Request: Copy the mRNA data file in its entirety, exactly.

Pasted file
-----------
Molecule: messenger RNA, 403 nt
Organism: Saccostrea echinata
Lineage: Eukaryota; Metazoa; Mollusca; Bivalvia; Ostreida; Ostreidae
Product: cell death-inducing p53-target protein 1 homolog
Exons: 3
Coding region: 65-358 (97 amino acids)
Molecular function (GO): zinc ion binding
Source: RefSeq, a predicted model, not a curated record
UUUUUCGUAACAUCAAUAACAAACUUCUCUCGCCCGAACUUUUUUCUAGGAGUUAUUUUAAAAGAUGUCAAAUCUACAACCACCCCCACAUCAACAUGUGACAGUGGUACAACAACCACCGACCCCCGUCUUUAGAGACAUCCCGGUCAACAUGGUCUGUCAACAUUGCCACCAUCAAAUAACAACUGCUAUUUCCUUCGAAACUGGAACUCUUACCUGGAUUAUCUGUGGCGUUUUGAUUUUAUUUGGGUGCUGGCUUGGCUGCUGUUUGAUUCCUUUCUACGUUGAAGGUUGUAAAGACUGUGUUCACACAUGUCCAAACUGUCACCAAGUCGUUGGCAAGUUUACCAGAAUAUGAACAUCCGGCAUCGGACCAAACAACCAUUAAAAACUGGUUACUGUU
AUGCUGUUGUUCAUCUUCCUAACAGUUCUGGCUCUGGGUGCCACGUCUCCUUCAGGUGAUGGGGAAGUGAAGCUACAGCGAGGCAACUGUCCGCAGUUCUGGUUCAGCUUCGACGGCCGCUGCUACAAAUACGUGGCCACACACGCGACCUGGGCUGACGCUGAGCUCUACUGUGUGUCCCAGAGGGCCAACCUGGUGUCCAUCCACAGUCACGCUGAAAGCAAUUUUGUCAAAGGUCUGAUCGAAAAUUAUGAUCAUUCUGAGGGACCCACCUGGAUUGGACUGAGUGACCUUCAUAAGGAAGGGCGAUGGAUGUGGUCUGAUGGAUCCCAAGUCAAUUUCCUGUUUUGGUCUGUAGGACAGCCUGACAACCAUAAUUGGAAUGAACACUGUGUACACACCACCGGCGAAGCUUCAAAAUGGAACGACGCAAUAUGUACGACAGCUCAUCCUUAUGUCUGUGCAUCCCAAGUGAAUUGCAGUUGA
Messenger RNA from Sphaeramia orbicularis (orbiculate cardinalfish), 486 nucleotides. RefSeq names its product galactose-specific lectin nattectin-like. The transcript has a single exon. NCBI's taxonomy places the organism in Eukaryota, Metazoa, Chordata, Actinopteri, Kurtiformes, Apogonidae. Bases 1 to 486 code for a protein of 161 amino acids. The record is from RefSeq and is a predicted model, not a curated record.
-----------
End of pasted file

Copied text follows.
Molecule: messenger RNA, 403 nt
Organism: Saccostrea echinata
Lineage: Eukaryota; Metazoa; Mollusca; Bivalvia; Ostreida; Ostreidae
Product: cell death-inducing p53-target protein 1 homolog
Exons: 3
Coding region: 65-358 (97 amino acids)
Molecular function (GO): zinc ion binding
Source: RefSeq, a predicted model, not a curated record
UUUUUCGUAACAUCAAUAACAAACUUCUCUCGCCCGAACUUUUUUCUAGGAGUUAUUUUAAAAGAUGUCAAAUCUACAACCACCCCCACAUCAACAUGUGACAGUGGUACAACAACCACCGACCCCCGUCUUUAGAGACAUCCCGGUCAACAUGGUCUGUCAACAUUGCCACCAUCAAAUAACAACUGCUAUUUCCUUCGAAACUGGAACUCUUACCUGGAUUAUCUGUGGCGUUUUGAUUUUAUUUGGGUGCUGGCUUGGCUGCUGUUUGAUUCCUUUCUACGUUGAAGGUUGUAAAGACUGUGUUCACACAUGUCCAAACUGUCACCAAGUCGUUGGCAAGUUUACCAGAAUAUGAACAUCCGGCAUCGGACCAAACAACCAUUAAAAACUGGUUACUGUU
AUGCUGUUGUUCAUCUUCCUAACAGUUCUGGCUCUGGGUGCCACGUCUCCUUCAGGUGAUGGGGAAGUGAAGCUACAGCGAGGCAACUGUCCGCAGUUCUGGUUCAGCUUCGACGGCCGCUGCUACAAAUACGUGGCCACACACGCGACCUGGGCUGACGCUGAGCUCUACUGUGUGUCCCAGAGGGCCAACCUGGUGUCCAUCCACAGUCACGCUGAAAGCAAUUUUGUCAAAGGUCUGAUCGAAAAUUAUGAUCAUUCUGAGGGACCCACCUGGAUUGGACUGAGUGACCUUCAUAAGGAAGGGCGAUGGAUGUGGUCUGAUGGAUCCCAAGUCAAUUUCCUGUUUUGGUCUGUAGGACAGCCUGACAACCAUAAUUGGAAUGAACACUGUGUACACACCACCGGCGAAGCUUCAAAAUGGAACGACGCAAUAUGUACGACAGCUCAUCCUUAUGUCUGUGCAUCCCAAGUGAAUUGCAGUUGA
Messenger RNA from Sphaeramia orbicularis (orbiculate cardinalfish), 486 nucleotides. RefSeq names its product galactose-specific lectin nattectin-like. The transcript has a single exon. NCBI's taxonomy places the organism in Eukaryota, Metazoa, Chordata, Actinopteri, Kurtiformes, Apogonidae. Bases 1 to 486 code for a protein of 161 amino acids. The record is from RefSeq and is a predicted model, not a curated record.